The Kalin’s tube that lured the fish that lured the FISH

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Friday, August 30, 2013
by Mike Pehanich

Many are the reasons we love to fish, but my friend and fellow fishing writer Bob Rich points to a very special one.

“Any time you head to the water, there’s a good chance of seeing something you may never see again!” he said.

Bob’s remark resonated in memory following last month’s video shoot with Matt Bichanich and Adam Eisele of Uncle Josh near Oconomowoc, Wisconsin. (See the Uncle Josh “News” posts and “Video” library for how-to info on working jig-and-pork combinations and tube jigs in deep weeds.)

It was a productive day all around. In the morning, bass fell to our presentations on deep weed flats with ¾- to 1-ounce Kalin’s Grass Stalker jigs trailed with Uncle Josh Big Daddy Pork Frogs and Uncle Josh MEAT Diamond Frogs.

Storm clouds slowly gathered and mist dampened our last hour on the water. After we had shot our second round of instructional videos, Matt and I returned to the site of our morning success – a deep flat filled with patches of cabbage, coontail, and sand grass and tapering from eight-foot depths down to 13 feet.

Adam had dialed in the afternoon pattern using Kalin’s tubes behind heavy tungsten bullet sinkers. Matt and I followed suit. We pegged the ¾- to 1-ounce slip sinkers ahead of our tubes and worked them in the same aggressive manner we had employed with the jigs that morning.

Fishing a Texas-rigged tube aggressively behind a heavy tungsten slip sinker is a sleeper technique that both Adam and Matt have mastered. It allows you to penetrate deep vegetation with minimal hang-ups. When your lure contacts vegetation, your stout tackle and braided line easily pops it free – and often triggers a reaction strike from predators in the process.

Matt quickly caught a pair of fat bass, one of which topped four pounds. I lost a fish between his pair, but converted the next hit to a boated bass.


I buried the hook on the next strike, too. It seemed a decent fish, but it grew bigger after two cranks of the reel handle.

“He’s buried me at the base of the weeds,” I muttered to Matt.

I began to apply slow pressure. Nothing budged at first. But just as I seemed to gain an inch, my rod bucked and the fish took off on an unexpectedly powerful run.

“Big fish!” I hollered. It ran again, paused, then surged again.

“That’s no bass!” said Matt, and indeed it wasn’t. We saw the long outline of a giant predator.

“Musky!” we shouted almost simultaneously.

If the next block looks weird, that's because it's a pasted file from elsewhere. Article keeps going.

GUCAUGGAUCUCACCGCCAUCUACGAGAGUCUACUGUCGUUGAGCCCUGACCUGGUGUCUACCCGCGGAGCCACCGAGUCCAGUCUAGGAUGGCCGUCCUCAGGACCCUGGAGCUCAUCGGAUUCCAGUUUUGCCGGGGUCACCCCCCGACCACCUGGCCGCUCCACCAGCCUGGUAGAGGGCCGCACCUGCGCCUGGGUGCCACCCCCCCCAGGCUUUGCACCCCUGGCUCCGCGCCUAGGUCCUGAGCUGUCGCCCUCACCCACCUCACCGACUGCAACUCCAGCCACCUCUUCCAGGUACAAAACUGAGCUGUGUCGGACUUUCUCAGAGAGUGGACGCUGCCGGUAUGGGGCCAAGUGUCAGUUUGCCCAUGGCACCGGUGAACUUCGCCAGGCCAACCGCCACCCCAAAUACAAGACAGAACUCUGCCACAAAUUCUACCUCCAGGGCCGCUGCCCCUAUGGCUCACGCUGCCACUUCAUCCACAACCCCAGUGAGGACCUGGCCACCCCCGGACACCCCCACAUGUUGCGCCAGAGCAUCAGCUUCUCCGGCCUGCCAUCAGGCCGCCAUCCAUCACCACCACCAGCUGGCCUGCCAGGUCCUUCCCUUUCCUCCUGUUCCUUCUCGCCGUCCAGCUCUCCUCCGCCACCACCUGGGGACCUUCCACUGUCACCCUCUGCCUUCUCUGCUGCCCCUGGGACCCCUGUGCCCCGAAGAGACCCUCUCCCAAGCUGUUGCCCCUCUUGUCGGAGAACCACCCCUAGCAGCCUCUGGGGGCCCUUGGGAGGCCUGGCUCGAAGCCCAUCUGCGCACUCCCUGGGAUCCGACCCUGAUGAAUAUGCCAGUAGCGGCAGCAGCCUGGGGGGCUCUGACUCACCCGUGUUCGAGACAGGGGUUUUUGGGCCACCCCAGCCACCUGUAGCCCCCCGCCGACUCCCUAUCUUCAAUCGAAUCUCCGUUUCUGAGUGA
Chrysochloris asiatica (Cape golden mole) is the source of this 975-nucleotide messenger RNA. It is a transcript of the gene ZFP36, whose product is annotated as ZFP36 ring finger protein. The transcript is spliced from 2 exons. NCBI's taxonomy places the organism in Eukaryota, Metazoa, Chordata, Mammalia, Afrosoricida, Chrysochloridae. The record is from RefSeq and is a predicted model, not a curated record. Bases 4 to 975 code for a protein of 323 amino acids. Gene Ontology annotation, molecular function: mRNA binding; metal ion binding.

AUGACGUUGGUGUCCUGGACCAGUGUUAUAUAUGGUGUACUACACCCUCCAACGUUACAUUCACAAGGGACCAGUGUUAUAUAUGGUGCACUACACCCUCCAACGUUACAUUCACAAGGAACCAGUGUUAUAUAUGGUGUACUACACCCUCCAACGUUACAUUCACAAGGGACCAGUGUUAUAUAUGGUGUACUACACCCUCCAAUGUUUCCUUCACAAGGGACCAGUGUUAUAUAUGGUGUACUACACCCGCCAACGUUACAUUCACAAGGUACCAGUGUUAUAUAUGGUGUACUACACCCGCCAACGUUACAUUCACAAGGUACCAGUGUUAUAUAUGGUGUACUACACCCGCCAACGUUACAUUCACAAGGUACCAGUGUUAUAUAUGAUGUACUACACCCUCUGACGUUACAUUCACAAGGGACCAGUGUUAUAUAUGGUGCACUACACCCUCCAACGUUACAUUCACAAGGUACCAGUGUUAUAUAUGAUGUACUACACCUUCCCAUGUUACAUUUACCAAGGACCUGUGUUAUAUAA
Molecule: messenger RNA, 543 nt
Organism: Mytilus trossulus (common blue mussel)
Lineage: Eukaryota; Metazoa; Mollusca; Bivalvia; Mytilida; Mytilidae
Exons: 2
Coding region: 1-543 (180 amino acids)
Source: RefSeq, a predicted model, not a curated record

For all my years of fishing, I had targeted musky on only three trips, and though I had caught muskellunge on each of those and taken others while bass fishing, I had never landed a large one.

But this time was different. For once, I was prepared for the king, the giant, the monster! Our flipping and pitching and reels spooled with 65-pound braid came close to mirroring musky tackle, and, lo and behold, mine was proving it could fulfill both roles.

The fish surged again, and I grinned with quiet confidence – well, not THAT quiet!

“He’s hooked,” I boasted. “He’s hooked well! I’ve got him!”

He rose high in the water column again, and, brief though it was, we caught our second glimpse.

I gained line after the next surge. But as the fish neared the boat, it stayed deep. I awaited an explosive charge beneath the boat – the signature move of the esox family.

Then I felt the “pop.” No, not the pop of a broken line…and not even the pop of a lost fish. Just a sudden loss of power and energy at the end of my line.

Up popped a fish. A hooked fish, a beaten fish…a LARGEMOUTH BASS with my Kalin’s jig still in its mouth.

For a moment, I was confused, even dumbfounded, but not for long.

I swung the fish aboard. It had been a bass of two and a quarter pounds, maybe more. It was a good fish, a respectable fish. Now it was a model for the biology lab, its organs exposed but still neatly packed in its body cavity.

This was the musky’s doing, of course. What I had mistaken for a surge to the base of the weeds had been in reality the musky’s attack on the bass.

The teeth had torn a giant flap on the left side of the bass with vertical cuts, fore and aft. On the opposite flank were teeth marks high on the back.

For a moment, I felt like Richard Dreyfus in “Jaws.” Just how big was a fish with such a large bite radius?

“Look at that. Unbelievable!” I said.

“At least we have it on video,” said Matt.

“We got it all?” I asked.

“Practically the whole thing!” said Matt.

But we hadn’t.

When it came time to download video at the office, I could find no footage.

The “Record” button had not engaged.

We had both been too engaged in the fight to think of checking.

We were left with no video or photo record of the fight or the musky or even the incisions on the bass to validate our fish tale.

But that’s how it happened!

And there’s a good chance I may never see it happen again!

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